using Dancing Deer's Sweet Home Gingerbread House Kit
And, at Simply Recipes, here's an excellent post on constructing Gingerbread Houses.
Never having made a gingerbread house before (or even gingerbread for that matter), taking on this cooking and building project seemed daunting at first. In retrospect, the project divided over a few days was fun. I would gladly take this project on again, as I now have enough experience to avoid the few mishaps next time.
I loved that the house is edible rather than containing PHOs, and that my son and sous chef received an understanding of how the pre-baked kits are made. Plus, Dancing Deer gives 35% of the price of the Sweet Home Gingerbread House Kit directly to help homeless families find jobs and move into homes of their own.
Full Disclosure: Dancing Deer sent us this kit, upon our request, to try it out. Would we buy it? Yes. We can heartily recommend it,- but keep in mind "What we Learned", below.
We did this project over two days. If you have the time, it's best to do it over three days:
Part 1: Make the Gingerbread and Bake
Part 2: Decorate Panels, Glue on Box
Part 3: Full Scale Decoration
The first day we made the Gingerbread and cut it, baked it and did the first level of decoration on individual panels.
The second day we "glued" the panels together, waited a few hours and then did more full scale decoration.
The Sweet Home recipe calls for adding eggs and butter to the supplied mix.
The mixture should look like Wet Sand and form a clump when you press it together.
Then you wrap it and refrigerate it.
After it chills you unwrap it and roll it out.
Then using the box sides as template you cut out the panels...
...and the walls.
Then you add window and door cuts if desired and bake it.
The Baked Panels
Mistakes We Learned From:
1. Our roll outs were not of even thickness, resulting in one wall thicker than the other. (In fact, we didn't roll the gingerbread thinly enough, overall.)
2. We ran out of gingerbread (probably due to #1), and had to re-roll walls more thinly so that we had enough to cut two gingerbread people.
3. We were not that accurate in our cutting, which made life challenging when we had to stick the pieces together (icing filled gaps and a serrated edge bread knife fixed protrusions). Next time I will be more exact.
You can see the big gap and uneven roof...
We made the royal icing to use in first level decoration and to glue the house together.
We took the baked panels and added glazing. The gelatin sheets worked well, but fruit leather did not stay stuck easily and was also difficult to decorate. Fruit leather is great for paths though.
Part 2 - Stage Two:
Ideally waiting a few days before assembling the house is best, as the gingerbread has time to dry out and will be stronger. But perhaps your decorating team will be anxious to get on with it? We waited overnight, but a few hours will probably dry the icing enough that panels won't slip when you add more weight.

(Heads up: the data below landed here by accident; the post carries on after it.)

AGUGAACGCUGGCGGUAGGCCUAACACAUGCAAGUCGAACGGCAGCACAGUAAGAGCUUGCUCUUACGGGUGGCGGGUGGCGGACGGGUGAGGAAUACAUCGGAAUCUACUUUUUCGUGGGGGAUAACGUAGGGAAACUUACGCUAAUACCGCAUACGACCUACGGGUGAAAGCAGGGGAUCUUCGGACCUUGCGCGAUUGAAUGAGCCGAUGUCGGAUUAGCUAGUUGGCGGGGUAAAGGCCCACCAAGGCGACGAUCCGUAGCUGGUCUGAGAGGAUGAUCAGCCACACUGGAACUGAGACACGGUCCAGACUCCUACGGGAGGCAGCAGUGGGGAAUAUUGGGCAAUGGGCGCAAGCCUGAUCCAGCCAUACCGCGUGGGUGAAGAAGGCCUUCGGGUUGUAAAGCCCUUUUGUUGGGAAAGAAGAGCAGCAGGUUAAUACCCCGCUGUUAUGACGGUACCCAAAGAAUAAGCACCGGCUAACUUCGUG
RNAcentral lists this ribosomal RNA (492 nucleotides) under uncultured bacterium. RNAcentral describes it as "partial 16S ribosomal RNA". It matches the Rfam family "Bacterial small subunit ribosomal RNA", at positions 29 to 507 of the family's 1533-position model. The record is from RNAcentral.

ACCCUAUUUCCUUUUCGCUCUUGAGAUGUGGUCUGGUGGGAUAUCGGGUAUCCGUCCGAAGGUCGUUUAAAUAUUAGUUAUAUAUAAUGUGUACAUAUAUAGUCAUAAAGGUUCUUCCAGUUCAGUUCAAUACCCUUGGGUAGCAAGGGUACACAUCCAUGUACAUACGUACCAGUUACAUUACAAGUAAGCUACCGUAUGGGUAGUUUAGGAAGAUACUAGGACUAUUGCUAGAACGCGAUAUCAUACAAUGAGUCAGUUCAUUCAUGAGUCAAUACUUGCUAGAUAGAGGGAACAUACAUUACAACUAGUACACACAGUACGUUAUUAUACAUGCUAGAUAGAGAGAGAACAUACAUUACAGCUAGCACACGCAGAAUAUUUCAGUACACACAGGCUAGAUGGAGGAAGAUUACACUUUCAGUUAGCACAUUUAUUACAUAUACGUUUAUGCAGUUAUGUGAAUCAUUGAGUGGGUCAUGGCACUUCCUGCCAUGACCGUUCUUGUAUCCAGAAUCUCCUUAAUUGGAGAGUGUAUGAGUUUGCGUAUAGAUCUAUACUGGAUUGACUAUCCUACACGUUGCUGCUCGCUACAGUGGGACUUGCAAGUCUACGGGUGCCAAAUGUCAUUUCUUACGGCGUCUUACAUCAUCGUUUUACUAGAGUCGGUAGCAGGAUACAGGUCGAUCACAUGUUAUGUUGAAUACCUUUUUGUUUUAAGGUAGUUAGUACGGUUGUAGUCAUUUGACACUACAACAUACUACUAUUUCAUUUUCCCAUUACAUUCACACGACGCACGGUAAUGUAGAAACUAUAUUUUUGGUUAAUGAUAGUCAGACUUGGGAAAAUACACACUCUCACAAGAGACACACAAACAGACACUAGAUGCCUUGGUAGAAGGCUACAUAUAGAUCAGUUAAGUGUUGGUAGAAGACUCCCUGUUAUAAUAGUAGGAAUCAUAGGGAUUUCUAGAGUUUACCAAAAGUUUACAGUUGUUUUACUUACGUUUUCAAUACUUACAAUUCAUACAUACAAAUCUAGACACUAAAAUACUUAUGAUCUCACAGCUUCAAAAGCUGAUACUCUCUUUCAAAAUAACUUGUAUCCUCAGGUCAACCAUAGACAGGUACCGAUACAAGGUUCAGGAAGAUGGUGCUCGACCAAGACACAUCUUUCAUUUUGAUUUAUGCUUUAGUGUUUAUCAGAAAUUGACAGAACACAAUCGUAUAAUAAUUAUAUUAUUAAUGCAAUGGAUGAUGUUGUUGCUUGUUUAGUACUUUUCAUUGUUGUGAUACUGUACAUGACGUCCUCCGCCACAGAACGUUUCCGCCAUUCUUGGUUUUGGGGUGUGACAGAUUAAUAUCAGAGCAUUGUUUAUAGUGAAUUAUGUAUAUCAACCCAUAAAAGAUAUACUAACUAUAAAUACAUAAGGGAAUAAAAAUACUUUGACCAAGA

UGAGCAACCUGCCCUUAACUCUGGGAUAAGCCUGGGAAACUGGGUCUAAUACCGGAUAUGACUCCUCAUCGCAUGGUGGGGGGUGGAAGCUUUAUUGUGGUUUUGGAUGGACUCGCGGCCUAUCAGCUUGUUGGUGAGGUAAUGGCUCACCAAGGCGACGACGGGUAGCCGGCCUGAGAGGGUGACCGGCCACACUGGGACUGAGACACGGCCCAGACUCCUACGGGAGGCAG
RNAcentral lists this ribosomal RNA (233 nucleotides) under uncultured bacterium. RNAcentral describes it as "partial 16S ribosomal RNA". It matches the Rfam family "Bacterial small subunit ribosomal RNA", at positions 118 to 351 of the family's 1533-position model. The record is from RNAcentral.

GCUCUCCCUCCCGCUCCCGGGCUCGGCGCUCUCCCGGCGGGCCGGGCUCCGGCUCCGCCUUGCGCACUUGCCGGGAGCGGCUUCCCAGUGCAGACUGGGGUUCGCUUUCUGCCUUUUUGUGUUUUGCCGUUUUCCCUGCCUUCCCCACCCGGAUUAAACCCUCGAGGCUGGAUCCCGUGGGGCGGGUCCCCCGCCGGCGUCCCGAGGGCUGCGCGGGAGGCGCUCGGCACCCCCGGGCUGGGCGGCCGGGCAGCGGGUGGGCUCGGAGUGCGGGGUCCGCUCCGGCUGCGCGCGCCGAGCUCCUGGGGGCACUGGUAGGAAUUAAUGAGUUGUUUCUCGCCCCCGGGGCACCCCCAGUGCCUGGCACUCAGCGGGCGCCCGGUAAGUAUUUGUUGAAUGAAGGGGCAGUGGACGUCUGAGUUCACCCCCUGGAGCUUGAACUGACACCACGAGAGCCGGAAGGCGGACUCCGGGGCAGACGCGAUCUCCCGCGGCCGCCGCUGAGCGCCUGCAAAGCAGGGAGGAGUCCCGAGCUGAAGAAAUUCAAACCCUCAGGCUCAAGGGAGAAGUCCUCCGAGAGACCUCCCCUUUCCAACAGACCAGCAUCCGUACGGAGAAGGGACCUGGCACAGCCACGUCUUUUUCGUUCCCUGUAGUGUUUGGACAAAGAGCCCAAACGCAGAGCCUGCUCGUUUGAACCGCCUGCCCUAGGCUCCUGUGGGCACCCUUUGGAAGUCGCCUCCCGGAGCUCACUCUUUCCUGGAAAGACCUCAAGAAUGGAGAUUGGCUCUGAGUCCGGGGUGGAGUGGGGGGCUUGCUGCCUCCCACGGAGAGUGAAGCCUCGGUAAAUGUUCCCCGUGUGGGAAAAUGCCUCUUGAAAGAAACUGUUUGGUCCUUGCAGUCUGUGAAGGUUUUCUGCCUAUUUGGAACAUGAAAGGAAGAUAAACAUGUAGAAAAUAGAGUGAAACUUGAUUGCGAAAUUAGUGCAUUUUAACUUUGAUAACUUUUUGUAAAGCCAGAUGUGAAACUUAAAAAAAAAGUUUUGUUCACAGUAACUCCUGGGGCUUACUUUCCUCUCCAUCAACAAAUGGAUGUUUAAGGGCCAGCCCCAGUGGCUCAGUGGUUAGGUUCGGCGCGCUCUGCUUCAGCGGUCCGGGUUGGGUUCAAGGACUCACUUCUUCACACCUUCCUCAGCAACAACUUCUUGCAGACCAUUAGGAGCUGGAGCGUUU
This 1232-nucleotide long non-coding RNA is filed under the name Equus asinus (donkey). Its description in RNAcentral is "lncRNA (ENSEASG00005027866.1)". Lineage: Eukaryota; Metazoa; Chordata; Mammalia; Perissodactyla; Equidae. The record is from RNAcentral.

I've found that a sheet pan filled with baking muffin cups, or little dishes, is a great way to display the candy decorations for little decorators. It's easy to make up the tray in advance, and it makes it easy to find what you are looking for. It's also a welcoming display for young, eager decorators. Another great alternative is a variety of muffin pans, although teflon-coated pans may take some wear, so you may want to use paper muffin cups as liners.
The first level of decoration on the panels
This was the first time we'd taken on decorating the panels before we assembled the house and it worked well. You will still need to continue decorating after the panels are assembled, but make sure you wait a few hours until the icing sets. Otherwise the panels are likely to slip. We used some skewers, as temporary braces, to keep the roof panels from sliding as they dried. then removed them when they were dry.
Make sure that your icing is very stiff when you glue the panels together. It should be toothpaste-like. If it's thinner, it will cause panels to slip. If panels are too big, you can saw them with a serrated bread knife - but do it carefully, as the gingerbread is still slightly fragile. If you break a piece, just glue it back together on the house and decorate over it. During assembly is also a great time to fix any construction errors, filling gaps with lots of icing.
Part 3 - The Final Decorations
The big gap in the roof I deftly filled with lots of icing. Our roof is lop-sided but I think when we are done, it won't show as much or maybe at all!
The house looked good with the panels assembled, but still needed some decorations to tie the designs together.
Here are some photos of the finished Holiday Gingerbread House:
We made this tree with a cinnamon stick and ALOT of icing.
This one started out as a decorated ice cream cone tree broke a few times and turned out this way as we fixed it. I rather like it!